I spent $3.81/day on Days 2 & 3! Technically I started my Day 3 post on Day 2 after chewing real hard on yet another piece of Trident to ward off feelings of hunger. Being a research nerd, I remember that the act of chewing actually helps control appetite. I’ve been using lots of gum and water to mask hunger so far.Quick shout out for this book about a dedicated father and this Steven Pinker TedTalk. Also, at the end of this post I address the recent nonsense about 47% of America wanting handouts (aside: from an admittedly far left news source, but the video isn’t in dispute). But first the food.
Anyway, so the actual food hasn’t changed from yesterday. But staying with the theme of over-analysis, here’s the breakdown of the cost of what I’ve been eating:
$14.85 for 72 oz Costco pack (used 2.66 ounces): .55 cents/serving
Split Pea Soup: $1.05/serving
Split Peas – .93 cents
Onion – .50 cents
Garlic – .03 cents
Olive oil – .53 cents
Carrots – .97 cents
Celery – .50 cents
Ham – $2.50
Potato – .60 cents
Chicken Broth – $1.80
Total: $8.30/pot (8 servings)
*PS – for those hating on split pea soup, try the recipe I posted on Day 1, it’s really good and a TON of protein and fiber.
& Broccoli, potatoes & brussels sprouts (yes!): $2.21 $3.10/serving
Update: To my utter shock and delight, my dinner menu changed. Wife surprised me by using the left over potatos from our breakfast burritos on day 1 and some brussels sprouts to create this:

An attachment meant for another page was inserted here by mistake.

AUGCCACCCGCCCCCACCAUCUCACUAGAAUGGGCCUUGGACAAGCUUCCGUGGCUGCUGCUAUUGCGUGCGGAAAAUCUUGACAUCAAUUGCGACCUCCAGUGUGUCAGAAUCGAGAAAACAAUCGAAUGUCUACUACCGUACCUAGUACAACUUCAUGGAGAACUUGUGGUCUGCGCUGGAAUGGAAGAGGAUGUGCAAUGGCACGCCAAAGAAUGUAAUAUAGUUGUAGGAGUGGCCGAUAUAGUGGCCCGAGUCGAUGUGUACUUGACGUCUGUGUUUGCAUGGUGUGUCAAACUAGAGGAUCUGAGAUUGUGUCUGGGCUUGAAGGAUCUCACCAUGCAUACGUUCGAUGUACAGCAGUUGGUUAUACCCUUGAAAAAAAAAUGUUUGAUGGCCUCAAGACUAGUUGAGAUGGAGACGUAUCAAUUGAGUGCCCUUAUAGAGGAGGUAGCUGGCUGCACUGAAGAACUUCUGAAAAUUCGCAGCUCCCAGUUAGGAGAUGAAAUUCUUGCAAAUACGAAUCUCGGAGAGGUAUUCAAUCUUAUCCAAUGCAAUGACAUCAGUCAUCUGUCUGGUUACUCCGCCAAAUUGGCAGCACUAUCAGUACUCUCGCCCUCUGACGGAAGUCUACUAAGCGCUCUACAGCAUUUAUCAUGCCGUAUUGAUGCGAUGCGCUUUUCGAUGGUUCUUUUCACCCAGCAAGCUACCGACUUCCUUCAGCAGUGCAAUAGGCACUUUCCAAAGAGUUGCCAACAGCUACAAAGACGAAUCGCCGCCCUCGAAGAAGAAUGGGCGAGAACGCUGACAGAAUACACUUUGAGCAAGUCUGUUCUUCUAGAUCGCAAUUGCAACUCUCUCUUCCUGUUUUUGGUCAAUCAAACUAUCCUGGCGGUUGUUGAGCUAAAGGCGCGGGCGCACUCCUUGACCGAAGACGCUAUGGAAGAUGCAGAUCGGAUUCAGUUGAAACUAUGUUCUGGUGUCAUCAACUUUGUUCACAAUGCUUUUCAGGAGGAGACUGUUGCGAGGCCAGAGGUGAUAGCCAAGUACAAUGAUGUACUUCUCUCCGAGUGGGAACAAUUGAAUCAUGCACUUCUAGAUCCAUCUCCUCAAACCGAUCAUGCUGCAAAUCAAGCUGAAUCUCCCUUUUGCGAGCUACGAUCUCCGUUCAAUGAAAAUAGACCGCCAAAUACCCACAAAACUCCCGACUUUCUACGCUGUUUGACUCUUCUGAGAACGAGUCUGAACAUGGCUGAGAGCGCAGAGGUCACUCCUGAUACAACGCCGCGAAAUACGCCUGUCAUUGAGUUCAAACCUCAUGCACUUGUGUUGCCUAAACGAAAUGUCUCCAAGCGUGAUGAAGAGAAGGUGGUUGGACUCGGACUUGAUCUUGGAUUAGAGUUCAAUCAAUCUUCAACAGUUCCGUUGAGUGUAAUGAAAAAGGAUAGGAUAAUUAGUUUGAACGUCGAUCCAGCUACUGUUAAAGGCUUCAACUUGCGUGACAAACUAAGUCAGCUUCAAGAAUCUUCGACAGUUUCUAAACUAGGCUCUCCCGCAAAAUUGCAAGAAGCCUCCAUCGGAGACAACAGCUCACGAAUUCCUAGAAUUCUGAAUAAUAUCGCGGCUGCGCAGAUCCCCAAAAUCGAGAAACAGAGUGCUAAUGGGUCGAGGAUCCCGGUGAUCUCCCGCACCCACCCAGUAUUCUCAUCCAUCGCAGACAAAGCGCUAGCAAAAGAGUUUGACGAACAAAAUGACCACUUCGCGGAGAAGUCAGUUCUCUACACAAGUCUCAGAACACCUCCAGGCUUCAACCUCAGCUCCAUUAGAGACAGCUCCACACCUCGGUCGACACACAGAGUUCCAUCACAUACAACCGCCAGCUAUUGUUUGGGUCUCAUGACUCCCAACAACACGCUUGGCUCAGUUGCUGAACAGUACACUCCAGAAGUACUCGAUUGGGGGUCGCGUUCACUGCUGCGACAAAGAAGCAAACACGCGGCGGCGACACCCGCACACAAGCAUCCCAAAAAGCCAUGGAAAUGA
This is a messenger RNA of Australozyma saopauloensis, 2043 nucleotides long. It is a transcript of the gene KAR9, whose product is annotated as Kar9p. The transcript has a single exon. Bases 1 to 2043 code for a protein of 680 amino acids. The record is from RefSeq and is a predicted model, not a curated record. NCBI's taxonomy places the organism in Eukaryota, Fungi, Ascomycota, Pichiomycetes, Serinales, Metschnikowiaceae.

Oh glorious gift from above, how I was exhilarated by your presence! I sat for a moment and took it all in, the site of what felt like a new meal I was trying for the first time. The new additions did not disappoint. I’ve had both those items before, actually, but something about time (and in this case hunger) making the heart grow fonder really rang true. One thing I also noticed about half way through my meal is that I was actually getting full. I’d forgotten what that sensation felt like. Apparently thousands of years of potato consumers are onto something.
This video is a very good snapshot on the history of the Food Stamp program and it’s impact on hunger in the US. Unlike now, with Gingrich and more recently Romney (yesterday) making comments, the program was expanded under leadership of Senator Bob Dole (R) and George McGovern (D). Also, another myth is that people receiving foodstamps all don’t work. In truth, nearly twice as many recipients nationally are working families. Finally, here are the actual eligibility requirements in California and the contact for SD County.
One last note, I’m not really sure why the Challenge requires you not to accept food received through work. I have to imagine there are plenty of people who get coffee or occasional pastries at work. Too bad, because hotel I’m in has “free” continental breakfast. This week I plan to put some non-governmental ideas out here, but this is what I found today.